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I have been doing some investigating on this topic, because my 16 year old daughter is going to Ecuador for a month with a group this summer. I was disturbed to learn that a University of New Mexico group was assaulted on a highway at night and the wife of the faculty leader was killed by random bullets. This was last May, but it appears that it was just an act of random banditry, not organized political violence or anything. It was also apparently near a beach, I'm not exactly sure where. I am affiliated with a Big Ten university that has several study abroad programs in Ecuador. I have asked for their recommendations on how to minimize risks and the first two things they said were -- don't travel at night, and stay away from both borders (north and south). If you stay in the central highlands, the risks should be minimal, and certainly less than in some of the US' crime infested cities. I take some solace in the fact that the university continues to send large numbers of students there. We decided to let my daughter go on this trip, but I have to admit I'll be worried!
 
Old May 14th, 1998, 01:44 AM
  #10  
anders westman
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For my money I'd head to Chile in a heartbeat. Modern, safe and beautiful. Particularly for first time visitors to SA. Pass on Columbia, Peru and Equador - head to Chile and perhaps Argentina. No worries about crime, health (water and food)or political unrest. I've travelled the world, and Chile is a place I'd honestly consider living. Check it out.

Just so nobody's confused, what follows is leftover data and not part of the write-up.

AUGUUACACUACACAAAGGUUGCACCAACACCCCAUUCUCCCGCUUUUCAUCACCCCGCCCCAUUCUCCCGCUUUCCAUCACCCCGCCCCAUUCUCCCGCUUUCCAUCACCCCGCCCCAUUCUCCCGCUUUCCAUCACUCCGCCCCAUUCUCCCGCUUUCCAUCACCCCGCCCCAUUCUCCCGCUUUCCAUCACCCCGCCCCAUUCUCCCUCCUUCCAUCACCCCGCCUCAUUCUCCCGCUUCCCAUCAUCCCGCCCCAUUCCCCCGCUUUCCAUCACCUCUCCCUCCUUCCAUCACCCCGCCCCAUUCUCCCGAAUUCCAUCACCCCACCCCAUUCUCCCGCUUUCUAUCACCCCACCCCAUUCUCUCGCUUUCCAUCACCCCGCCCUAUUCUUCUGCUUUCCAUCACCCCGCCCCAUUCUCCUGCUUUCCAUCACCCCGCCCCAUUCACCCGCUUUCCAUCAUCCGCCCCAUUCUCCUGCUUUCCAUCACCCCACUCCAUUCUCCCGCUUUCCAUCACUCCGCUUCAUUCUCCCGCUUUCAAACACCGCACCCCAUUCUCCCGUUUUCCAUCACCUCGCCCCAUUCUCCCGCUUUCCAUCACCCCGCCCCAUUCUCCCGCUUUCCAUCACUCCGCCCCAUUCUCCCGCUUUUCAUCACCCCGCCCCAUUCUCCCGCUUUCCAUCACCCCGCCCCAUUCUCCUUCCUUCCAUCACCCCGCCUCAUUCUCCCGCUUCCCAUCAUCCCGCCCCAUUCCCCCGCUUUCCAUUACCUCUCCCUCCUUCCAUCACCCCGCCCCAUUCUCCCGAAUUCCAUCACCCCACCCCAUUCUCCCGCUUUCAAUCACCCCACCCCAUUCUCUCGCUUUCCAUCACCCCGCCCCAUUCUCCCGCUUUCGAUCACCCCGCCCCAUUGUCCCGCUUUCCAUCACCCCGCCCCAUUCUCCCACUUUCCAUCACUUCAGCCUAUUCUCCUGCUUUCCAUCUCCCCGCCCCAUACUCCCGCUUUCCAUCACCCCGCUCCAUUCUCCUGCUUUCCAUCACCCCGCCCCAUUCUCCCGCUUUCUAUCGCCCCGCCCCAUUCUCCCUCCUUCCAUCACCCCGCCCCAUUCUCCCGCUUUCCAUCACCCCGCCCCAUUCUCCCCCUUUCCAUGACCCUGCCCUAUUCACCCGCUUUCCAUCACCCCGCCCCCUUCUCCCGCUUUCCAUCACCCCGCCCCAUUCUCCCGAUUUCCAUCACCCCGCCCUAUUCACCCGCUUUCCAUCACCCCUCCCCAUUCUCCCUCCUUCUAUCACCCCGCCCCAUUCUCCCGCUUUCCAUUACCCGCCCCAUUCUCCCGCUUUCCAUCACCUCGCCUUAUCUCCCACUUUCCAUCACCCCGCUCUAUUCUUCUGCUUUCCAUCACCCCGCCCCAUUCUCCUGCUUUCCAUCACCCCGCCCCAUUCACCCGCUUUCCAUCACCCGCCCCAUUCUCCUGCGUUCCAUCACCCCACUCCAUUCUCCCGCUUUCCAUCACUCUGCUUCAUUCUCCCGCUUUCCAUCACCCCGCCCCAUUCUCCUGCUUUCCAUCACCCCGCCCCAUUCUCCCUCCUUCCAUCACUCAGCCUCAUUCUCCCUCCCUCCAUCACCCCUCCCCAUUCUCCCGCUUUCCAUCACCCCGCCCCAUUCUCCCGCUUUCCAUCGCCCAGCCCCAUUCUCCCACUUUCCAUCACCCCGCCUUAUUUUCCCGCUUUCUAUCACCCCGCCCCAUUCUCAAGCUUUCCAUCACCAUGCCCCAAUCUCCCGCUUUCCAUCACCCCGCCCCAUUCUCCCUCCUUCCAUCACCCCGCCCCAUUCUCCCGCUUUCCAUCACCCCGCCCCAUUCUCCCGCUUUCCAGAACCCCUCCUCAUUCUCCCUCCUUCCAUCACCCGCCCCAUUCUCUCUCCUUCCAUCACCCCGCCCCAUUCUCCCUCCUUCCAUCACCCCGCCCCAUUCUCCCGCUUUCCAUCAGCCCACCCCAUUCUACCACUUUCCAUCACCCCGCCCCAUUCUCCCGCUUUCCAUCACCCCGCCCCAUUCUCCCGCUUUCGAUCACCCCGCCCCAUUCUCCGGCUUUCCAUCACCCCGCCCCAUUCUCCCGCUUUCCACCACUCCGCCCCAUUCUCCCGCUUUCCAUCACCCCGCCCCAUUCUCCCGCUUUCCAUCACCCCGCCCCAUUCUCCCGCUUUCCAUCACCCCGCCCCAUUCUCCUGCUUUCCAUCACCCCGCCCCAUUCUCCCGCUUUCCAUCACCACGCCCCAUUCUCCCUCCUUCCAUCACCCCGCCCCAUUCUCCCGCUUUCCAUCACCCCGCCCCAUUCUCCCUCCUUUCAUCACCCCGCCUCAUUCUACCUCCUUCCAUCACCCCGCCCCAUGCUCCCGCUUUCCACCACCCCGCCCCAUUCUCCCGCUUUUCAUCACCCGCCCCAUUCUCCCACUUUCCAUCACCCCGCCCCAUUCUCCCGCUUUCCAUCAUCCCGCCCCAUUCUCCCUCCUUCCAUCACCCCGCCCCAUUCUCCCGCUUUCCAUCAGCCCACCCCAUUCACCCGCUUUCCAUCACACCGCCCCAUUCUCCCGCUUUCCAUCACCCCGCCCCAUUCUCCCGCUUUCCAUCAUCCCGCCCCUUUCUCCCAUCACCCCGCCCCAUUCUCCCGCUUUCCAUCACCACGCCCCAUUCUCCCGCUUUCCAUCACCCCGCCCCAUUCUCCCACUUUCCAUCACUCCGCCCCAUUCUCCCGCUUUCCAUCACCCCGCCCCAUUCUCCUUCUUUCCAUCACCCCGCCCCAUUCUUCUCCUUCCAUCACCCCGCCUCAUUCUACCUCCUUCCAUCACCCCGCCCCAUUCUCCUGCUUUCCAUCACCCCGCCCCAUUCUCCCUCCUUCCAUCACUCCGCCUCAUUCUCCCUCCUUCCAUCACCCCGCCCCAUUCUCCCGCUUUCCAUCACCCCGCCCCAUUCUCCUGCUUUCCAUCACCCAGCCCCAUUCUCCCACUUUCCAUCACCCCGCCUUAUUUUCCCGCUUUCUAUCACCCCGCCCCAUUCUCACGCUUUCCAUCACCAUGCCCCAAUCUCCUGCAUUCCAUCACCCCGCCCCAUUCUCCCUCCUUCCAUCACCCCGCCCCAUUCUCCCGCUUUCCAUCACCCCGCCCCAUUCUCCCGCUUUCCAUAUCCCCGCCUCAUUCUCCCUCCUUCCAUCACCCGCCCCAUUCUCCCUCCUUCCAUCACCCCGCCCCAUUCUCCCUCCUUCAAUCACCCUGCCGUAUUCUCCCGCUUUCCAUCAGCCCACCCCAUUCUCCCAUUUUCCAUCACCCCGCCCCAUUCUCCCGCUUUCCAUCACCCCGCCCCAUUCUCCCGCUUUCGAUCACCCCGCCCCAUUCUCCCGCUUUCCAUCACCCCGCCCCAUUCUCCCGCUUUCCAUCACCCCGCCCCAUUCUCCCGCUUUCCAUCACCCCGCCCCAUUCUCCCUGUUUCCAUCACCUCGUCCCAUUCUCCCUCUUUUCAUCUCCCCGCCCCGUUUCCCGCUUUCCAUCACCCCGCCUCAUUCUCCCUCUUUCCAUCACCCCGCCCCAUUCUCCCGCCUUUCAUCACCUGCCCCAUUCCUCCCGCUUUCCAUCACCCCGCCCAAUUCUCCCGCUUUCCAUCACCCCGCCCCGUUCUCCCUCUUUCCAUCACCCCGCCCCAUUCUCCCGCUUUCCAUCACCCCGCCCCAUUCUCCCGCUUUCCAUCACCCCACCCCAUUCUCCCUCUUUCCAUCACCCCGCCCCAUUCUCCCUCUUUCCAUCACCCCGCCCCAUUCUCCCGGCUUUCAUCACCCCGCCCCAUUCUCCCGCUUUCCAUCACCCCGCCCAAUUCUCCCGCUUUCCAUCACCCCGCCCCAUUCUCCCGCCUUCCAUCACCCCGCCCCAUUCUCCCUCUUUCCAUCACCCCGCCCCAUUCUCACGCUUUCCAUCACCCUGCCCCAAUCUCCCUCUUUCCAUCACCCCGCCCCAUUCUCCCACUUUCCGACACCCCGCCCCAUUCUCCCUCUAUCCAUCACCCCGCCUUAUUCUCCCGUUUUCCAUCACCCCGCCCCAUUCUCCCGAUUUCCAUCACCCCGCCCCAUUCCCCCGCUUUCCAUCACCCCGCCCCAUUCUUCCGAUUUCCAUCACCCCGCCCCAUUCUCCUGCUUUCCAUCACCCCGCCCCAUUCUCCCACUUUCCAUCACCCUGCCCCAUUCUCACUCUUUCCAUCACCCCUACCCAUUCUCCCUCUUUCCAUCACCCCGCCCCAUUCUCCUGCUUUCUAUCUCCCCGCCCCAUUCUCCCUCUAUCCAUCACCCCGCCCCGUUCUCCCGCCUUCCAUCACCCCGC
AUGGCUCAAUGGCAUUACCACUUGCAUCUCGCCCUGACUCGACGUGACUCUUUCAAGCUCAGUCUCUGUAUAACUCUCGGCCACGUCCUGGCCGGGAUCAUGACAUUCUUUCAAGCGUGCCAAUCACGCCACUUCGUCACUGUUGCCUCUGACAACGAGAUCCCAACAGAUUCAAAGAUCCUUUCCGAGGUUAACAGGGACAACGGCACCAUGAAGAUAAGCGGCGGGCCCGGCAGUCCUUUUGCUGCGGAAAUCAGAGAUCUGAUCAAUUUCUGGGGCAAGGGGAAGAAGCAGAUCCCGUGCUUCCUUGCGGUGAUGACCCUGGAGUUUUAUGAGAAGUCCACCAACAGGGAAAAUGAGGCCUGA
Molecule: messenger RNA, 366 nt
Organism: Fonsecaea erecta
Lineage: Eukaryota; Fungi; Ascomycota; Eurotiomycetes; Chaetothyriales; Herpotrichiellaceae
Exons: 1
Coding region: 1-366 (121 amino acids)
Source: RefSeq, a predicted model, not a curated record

Old May 14th, 1998, 05:00 PM
  #11  
brian
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I lived in Quito and Cuenca, Ecuador for about a year and a half and I have to laugh at some of the concerns expressed. Ecuador is an extremely safe country, the only major crime to tourists is jacked up prices and pickpickets (Walt Disney world). Of course, one must use common sense when travelling, but I nor my some 20 friends I made (mostly female) ever encountered problems. As far as the bus attack that occurred last year, a group of students with their professor left the Guayaquil bus station in the middle of the night going towards the western coast. They were robbed and a stray bullet killed someone. In Florida, we (Americans-since we're stereotyping) managed to kill over 5 German tourists on, I believe, 3 seperate incidents. In all sincerity, use common sense, blend in, and enjoy one of the most beautiful countries on earth.
 
Old May 17th, 1998, 08:14 PM
  #12  
nancy